When The Bottom Line Goes Through The Heart
Like me, I’m sure you’re following the Wells Fargo story in the news right now. In the days since the story broke on September 9th, their share price has fallen by about 10 percent, with no reason to think that won’t continue. On a year-long graph, it looks like stepping off a cliff. That cliff represents ordinary peoples’ investments – their retirements, their college funds, their life savings.
Sometimes it can be fun to ridicule the “touchy-feely” and the “soft skills” in a workplace as something worthless that’s done only to placate people or to check a box. And of course, we all know bosses who really believe that team ethics and group dynamics have nothing to do with the bottom line. Sometimes, and often after a particularly worthless training session, we even agree. But then I think of the family whose investments just tanked by ten percent in ten days, and who now can’t afford to send their daughter to college.
In the late 1960s, American sociologist Donald Cressey invented the “Fraud Triangle” as a way of explaining the erosion of personal and team ethics. In Cressey’s model, there are three moving parts. First, PRESSURE to commit fraud, for example unrealistic sales targets. Second, OPPORTUNITY, for example access to somebody’s private bank account. Third, RATIONALIZATION, the old “everybody’s doing it” argument we used to use on our parents.
Following the Enron collapse in 2001, the Sarbanes-Oxley Act of 2002 was introduced to combat the Fraud Triangle. Looking for a way to tackle team ethics, the Securities and Exchange Commission (SEC) developed PCAOB Audit Standard 2 of 2004 from Sarbanes-Oxley, quoting as the only offered example of good compliance a document called the COSO Framework 2013 in which the first of 17 stated ethical principles is “Lead by Example”, defined as “the organization demonstrates a commitment to integrity and ethical values”.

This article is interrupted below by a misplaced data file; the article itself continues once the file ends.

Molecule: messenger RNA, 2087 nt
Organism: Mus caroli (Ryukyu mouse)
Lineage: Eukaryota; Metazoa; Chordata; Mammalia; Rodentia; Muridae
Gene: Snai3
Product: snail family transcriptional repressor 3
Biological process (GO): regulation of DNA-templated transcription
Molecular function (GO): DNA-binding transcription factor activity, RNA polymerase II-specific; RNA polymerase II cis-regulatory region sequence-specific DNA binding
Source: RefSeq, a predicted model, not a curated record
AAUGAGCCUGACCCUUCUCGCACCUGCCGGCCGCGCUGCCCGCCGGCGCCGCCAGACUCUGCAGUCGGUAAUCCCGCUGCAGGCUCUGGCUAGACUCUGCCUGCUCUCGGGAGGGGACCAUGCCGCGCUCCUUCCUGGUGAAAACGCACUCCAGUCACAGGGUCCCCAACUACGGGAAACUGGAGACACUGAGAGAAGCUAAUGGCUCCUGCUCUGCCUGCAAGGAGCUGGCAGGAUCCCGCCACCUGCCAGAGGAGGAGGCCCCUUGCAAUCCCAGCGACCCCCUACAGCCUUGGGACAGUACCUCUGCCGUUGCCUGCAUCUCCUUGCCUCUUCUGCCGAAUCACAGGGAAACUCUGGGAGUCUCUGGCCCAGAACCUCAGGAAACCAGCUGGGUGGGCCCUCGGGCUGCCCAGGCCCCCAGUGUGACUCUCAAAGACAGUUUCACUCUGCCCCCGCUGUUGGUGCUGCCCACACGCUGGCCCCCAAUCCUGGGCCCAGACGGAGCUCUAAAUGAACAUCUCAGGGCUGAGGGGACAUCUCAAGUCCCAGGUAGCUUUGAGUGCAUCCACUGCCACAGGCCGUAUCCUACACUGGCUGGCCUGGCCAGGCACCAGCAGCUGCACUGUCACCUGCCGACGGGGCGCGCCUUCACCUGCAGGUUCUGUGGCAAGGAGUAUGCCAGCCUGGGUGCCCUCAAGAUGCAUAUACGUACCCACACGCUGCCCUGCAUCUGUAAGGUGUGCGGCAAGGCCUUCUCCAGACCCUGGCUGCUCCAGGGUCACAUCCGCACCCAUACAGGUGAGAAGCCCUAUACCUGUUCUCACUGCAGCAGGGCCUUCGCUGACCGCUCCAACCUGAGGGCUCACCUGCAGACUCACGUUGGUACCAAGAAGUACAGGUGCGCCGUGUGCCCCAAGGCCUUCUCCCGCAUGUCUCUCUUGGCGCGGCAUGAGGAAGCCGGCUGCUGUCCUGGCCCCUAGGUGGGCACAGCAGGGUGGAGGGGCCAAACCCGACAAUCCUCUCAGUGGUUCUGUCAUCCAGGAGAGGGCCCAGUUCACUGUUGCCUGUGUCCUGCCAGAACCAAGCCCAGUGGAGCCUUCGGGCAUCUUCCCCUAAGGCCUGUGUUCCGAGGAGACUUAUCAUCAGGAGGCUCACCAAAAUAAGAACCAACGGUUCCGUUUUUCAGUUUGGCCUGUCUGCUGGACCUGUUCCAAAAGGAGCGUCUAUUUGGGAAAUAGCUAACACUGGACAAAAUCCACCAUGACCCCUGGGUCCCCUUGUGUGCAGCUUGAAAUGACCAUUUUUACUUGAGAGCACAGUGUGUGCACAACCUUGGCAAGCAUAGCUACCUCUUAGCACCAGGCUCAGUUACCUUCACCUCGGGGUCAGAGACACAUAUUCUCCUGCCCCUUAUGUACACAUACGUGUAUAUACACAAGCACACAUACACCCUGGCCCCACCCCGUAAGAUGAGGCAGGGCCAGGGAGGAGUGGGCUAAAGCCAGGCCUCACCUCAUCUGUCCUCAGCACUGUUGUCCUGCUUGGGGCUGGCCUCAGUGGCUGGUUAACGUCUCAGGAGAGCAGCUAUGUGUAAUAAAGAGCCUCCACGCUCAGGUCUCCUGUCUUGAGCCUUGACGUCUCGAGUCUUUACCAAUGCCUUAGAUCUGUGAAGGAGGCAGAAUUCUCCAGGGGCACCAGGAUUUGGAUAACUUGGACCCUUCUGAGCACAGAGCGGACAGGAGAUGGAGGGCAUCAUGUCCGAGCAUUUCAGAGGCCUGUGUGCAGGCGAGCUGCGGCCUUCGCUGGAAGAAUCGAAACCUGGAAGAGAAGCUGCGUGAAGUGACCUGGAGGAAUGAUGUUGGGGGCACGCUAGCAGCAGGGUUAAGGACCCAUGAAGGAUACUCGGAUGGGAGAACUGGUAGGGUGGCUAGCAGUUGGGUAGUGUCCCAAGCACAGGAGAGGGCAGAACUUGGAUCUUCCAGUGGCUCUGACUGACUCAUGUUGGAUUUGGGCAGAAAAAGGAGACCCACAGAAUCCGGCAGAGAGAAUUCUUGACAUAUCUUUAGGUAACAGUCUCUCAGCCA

And so, at last, the “touchy-feely” idea of team ethics and values became a cornerstone of the hard-nosed financial system at the heart of the legendary “bottom line”. An idea like this is revolutionary. Who’d have thought that the tough old SEC would step away from mechanistic systems and procedures and instead embrace the human being at the center of it all?
The truth underlying Sarbanes-Oxley and the new SEC regulations is that all systems will be gamed for as long as the proper group dynamics and common value sets are not there. When the holes are fixed, the holes themselves will be gamed, and the giant merry-go-round will continue for as long as the calliope plays. It’s time we stopped referring to teamwork and leadership as “soft skills” or “a matter of opinion”, because in fact there’s nothing harder – and opinion turns out to be everything. A share price is nothing more than an opinion, which is where we came in.
It’s tempting to think that we can solve problems in systems with more and better systems, and typically that’s the response from unprepared executives in crisis mode, desperate to keep the share price up and their jobs held down. But as anyone who has ever tried to put an unwilling two-year-old to bed can attest, for every “doing it” way of doing something, there are half a dozen “not doing it” ways. We don’t lose these skills as we age; we just get more subtle and covert at doing the same things.
If the hard-nosed SEC recognizes an investment in team dynamics as essential to the bottom line, that should be good enough for all of us. Invest in people, invest in team and leadership development, invest in values, or the game never ends.
Just ask Wells Fargo.